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Today in Black History, 8/24/2014

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• August 24, 1854 The National Emigration Convention of Colored People opened in Cleveland, Ohio. The convention was led by early African American nationalist Martin R. Delany and attracted 106 delegates from around the United States. The three day convention was called to discuss the merits of emigration and to develop a practical plan for African Americans to emigrate to the West Indies or Central or South America. Delegates approved a series of resolutions which commented on the political and social conditions of Black people in the U. S. They also approved a document, “Political Destiny of the Colored Race,” which urged emigration to areas of Central and South America “which provide opportunity for the enjoyment of civil and religious liberty.” The convention established a Board of Commissioners with Delany as president and William Webb and Charles W. Nighten as commissioners. The movement was dissolved in 1861.

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Today in Black History, 8/23/2014

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• August 23, 1899 Moses Williams, Congressional Medal of Honor recipient, died. Williams was born October 10, 1845 in Carrollton, Louisiana. Not much is known of his early life but by August 16, 1881, he was serving as a first sergeant in Company I of the 9th Cavalry Regiment during the Indian Wars. On that day, he participated in an engagement in the foothills of the Cuchillo Negro Mountains in New Mexico and his actions earned him the medal, America’s highest military decoration. His citation reads, “Rallied a detachment, skillfully conducted a running fight of 3 or 4 hours, and by his coolness, bravery, and unflinching devotion to duty in standing by his commanding officer in an exposed position under a heavy fire from a large party of Indians saved the lives of at least 3 of his comrades.” Williams was awarded the medal November 12, 1896. He later reached the rank of ordinance sergeant and left the army in 1898.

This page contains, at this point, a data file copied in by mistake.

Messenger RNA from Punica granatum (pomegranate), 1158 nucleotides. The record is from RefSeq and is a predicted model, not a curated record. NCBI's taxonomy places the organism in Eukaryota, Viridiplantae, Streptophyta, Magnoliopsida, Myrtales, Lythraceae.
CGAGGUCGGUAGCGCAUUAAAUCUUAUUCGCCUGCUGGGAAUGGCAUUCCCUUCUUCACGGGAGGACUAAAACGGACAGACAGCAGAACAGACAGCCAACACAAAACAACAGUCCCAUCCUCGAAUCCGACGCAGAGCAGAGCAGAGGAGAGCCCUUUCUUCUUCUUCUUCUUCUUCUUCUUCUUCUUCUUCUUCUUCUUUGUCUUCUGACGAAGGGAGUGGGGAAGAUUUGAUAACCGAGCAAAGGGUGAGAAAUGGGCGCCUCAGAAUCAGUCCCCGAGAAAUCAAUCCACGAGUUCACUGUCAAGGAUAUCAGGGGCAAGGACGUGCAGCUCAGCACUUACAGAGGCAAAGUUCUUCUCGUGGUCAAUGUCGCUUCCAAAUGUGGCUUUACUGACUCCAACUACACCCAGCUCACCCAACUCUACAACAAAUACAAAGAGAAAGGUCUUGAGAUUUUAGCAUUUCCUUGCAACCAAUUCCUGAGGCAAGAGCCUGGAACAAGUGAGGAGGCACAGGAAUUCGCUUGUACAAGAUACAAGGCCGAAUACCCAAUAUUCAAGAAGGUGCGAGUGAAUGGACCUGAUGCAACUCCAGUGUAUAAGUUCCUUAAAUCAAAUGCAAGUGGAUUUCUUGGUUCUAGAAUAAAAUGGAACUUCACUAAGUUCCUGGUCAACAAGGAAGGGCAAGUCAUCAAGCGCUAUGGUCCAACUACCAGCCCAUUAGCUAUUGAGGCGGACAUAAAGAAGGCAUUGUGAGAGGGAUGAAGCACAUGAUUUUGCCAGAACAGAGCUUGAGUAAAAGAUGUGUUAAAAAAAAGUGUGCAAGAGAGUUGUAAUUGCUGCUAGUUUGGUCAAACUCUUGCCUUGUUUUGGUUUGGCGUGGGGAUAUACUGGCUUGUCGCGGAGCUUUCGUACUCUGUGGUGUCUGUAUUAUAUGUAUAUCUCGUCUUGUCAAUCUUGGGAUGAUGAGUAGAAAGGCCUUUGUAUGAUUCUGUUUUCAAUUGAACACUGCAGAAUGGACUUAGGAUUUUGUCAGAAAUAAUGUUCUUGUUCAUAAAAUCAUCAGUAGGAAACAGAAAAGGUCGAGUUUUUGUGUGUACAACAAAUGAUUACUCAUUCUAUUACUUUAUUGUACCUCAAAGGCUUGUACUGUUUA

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Black Philanthropy Month Spotlight: Usher Raymond #BPM2014

Posted by The Wright Museum
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August 1st marks the beginning of Black Philanthropy Month 2014 (#BPM2014), a month-long, multimedia campaign designed to inform, inspire and invest in Black philanthropic leadership. Founded by the African Women’s Development Fund USA and proclaimed by the United Nations and Congress in August 2011, BPM was created as an annual, global celebration of giving in the U.S. and worldwide. This year’s theme is “Generosity at Home and Around the Globe.” Follow us on Facebook, Twitter or Instagram for our daily profile of black philanthropists.

Usher Raymond: Singer-Songwriter, Dancer, Philanthropist, Entrepreneur, and Actor

Usher